Palestinian factions in the Gaza Strip were also surprised to learn of the Egyptian cease-fire proposal, especially Hamas, which still views itself as the sovereign in Gaza.

All the factions knew that talks about a cease-fire were taking place, but they had expected Egyptian intelligence to fully coordinate any serious proposal with them, as had been the case in the past. They did not expect to hear about it from the media – nor did they expect that Egypt would coordinate with Israel but not with them.

The first Hamas response came from the organization's spokesman in Gaza, Sami Abu Zuhri, who assailed the proposal and termed it capitulation to Israel. Senior Hamas official Mushir al-Masri echoed this, saying the proposal laid the ground for Israel's continued control of all the levers of power over Gaza.

Next, the military organizations weighed in, first and foremost Hamas' own military wing. They, too, termed the proposal a capitulation to Israel, and voiced vehement opposition to a cease-fire unless their demands were met – first and foremost ending the blockade of Gaza and releasing all the prisoners freed in the 2011 exchange for kidnapped soldier Gilad Shalit who have been rearrested over the last few weeks.

A few hours later, however, Islamic Jihad – which is normally even more militant than Hamas – officially announced that it had accepted the cease-fire. It was expected to issue a statement later saying that its position had been coordinated with Hamas.

In contrast, the Palestinian Authority termed the Egyptian proposal vital, as it would stop what it described as Israel's "aggression" and enable negotiations on the terms of a more lasting truce.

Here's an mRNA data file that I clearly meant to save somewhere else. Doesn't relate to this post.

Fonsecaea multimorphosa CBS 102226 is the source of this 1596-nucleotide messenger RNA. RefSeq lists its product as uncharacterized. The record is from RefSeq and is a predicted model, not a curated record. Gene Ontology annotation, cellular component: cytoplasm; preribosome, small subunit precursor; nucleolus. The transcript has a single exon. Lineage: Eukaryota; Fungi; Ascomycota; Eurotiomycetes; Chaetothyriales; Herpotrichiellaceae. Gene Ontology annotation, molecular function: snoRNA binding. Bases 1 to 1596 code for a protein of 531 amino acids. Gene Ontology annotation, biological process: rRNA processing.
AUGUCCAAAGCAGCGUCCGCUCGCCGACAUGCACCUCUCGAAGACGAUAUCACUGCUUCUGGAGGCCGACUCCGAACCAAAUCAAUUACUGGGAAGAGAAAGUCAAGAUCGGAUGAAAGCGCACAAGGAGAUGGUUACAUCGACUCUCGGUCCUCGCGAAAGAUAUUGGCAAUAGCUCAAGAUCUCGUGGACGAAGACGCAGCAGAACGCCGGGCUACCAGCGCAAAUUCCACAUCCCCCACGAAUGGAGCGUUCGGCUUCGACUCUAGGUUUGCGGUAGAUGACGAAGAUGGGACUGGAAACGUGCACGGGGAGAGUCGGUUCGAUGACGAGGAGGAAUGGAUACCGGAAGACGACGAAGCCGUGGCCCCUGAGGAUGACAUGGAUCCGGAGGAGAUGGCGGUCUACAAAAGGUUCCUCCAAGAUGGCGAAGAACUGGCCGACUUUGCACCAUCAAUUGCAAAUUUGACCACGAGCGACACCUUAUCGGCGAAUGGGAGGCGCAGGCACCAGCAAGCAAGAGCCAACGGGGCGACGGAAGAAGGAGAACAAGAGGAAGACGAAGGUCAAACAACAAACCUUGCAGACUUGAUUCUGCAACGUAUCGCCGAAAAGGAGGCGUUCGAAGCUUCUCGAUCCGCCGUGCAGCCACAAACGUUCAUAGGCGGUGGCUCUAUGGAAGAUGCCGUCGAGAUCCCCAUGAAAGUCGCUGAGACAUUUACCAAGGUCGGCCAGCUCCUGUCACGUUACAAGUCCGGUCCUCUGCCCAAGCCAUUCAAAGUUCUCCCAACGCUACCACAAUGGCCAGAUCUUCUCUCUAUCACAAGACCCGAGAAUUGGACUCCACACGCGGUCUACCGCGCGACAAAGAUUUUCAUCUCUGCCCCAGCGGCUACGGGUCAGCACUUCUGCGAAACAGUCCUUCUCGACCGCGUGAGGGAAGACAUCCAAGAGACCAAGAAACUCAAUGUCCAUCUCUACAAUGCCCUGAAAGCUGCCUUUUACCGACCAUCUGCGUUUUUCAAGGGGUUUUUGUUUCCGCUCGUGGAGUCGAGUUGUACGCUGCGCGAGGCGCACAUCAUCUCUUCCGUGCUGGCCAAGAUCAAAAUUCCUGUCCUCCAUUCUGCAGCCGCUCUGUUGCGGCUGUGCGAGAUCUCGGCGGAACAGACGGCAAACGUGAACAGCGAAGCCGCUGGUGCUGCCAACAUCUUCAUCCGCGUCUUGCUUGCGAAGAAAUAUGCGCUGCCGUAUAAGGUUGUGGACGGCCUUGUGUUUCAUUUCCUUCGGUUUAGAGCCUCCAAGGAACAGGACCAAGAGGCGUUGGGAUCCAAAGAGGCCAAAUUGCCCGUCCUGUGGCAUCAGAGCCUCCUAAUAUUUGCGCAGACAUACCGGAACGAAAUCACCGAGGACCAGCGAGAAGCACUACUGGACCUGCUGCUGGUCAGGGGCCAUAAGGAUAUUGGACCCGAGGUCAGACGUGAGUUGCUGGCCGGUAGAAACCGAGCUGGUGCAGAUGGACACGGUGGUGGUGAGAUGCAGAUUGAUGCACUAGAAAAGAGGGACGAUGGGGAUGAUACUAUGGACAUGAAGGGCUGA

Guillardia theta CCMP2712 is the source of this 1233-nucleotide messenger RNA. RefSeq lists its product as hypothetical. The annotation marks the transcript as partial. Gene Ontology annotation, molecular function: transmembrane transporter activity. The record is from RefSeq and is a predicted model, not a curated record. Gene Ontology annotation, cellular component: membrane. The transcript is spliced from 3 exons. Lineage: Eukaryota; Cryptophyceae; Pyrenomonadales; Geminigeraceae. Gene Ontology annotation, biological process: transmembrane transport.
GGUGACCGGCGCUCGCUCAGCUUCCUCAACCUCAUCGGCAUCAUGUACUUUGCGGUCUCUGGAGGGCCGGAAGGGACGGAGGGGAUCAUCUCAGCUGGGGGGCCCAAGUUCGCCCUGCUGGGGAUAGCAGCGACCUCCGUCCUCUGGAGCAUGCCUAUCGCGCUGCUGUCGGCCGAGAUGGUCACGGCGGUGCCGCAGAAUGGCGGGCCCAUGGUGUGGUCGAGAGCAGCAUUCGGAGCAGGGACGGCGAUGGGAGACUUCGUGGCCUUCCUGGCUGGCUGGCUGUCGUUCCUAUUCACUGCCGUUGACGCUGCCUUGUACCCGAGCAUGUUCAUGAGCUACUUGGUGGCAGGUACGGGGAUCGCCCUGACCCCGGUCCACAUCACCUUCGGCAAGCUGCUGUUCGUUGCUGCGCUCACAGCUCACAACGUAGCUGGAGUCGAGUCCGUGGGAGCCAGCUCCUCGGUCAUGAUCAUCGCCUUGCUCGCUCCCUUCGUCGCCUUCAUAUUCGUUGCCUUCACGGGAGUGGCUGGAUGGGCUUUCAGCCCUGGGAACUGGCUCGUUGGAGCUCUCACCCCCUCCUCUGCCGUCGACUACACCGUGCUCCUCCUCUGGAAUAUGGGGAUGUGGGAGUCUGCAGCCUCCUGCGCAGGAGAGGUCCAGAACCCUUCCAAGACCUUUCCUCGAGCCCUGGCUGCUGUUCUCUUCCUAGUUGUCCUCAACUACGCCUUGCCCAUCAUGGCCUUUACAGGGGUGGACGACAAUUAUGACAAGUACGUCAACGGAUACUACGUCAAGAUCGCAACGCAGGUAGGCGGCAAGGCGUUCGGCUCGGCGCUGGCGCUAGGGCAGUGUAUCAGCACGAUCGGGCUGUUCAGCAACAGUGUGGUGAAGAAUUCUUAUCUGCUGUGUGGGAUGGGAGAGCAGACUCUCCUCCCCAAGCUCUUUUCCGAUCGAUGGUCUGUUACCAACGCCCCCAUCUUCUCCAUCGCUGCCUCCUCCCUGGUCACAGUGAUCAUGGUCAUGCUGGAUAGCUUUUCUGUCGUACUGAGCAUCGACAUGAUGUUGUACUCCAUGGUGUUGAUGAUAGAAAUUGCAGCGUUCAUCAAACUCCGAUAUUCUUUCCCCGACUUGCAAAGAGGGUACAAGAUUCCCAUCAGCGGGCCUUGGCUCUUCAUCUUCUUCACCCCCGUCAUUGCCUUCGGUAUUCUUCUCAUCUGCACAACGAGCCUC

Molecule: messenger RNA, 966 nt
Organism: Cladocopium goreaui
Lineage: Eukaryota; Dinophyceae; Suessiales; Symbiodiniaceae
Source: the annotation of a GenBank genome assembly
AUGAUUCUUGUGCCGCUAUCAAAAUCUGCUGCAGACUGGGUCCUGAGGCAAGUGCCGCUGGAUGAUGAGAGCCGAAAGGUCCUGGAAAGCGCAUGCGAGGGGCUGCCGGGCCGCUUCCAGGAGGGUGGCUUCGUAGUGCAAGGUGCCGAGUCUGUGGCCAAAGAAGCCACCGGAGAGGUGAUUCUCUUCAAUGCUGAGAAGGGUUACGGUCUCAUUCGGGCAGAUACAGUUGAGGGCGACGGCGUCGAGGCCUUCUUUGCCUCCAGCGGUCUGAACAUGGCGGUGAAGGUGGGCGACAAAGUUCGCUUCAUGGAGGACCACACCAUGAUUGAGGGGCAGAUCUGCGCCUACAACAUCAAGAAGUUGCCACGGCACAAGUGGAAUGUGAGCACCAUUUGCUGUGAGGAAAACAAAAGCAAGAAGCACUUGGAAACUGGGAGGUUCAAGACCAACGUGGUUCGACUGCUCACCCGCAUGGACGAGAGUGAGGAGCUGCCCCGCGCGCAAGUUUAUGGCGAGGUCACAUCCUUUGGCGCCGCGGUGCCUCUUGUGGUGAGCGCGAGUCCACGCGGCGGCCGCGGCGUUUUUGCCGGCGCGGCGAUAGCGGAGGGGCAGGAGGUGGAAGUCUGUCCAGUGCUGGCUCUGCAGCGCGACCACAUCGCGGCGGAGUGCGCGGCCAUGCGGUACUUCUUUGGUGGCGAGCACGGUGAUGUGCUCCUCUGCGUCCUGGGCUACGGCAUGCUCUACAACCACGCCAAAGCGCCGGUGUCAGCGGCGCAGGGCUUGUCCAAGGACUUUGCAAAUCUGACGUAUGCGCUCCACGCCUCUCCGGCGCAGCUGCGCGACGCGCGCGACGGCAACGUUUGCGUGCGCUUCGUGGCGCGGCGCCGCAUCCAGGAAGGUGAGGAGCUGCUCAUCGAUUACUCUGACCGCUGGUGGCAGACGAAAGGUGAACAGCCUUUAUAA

Palestinian sources said Tuesday's escalation was undoubtedly meant to improve Hamas' negotiating position against both Egypt and Israel. 

When a member of the Israeli team asked whether Hamas would agree to the terms of the initiative, the Egyptians tried to reassure him, saying that if Israel agreed, Hamas would have no choice but to do the same.

In reality, the opposite occurred. The Egyptians gave Hamas’ political leadership minimal information and didn’t communicate with members of its military wing at all. The internal disputes between these two wings further contributed to the confusion, and to Hamas’ feeling that Egypt was pulling a fast one.

When the diplomatic-security cabinet met Tuesday morning, there was no real discussion of the Egyptian proposal. Netanyahu, one minister said, presented the proposal as a fait accompli to which no changes were possible.

“The general idea was that if the Egyptians had issued a cease-fire proposal, it would be inappropriate for Israel to reject it,” said one minister. “Netanyahu and Ya’alon told us this is an opportunity to strengthen the alliance with Egypt, and a positive response to the Egyptian proposal would earn us a lot of brownie points internationally and increased legitimacy to expand the operation against Hamas if needed. This was true and logical, and most of the ministers were convinced. But a few hours later, we discovered we’d made a cease-fire agreement with ourselves.”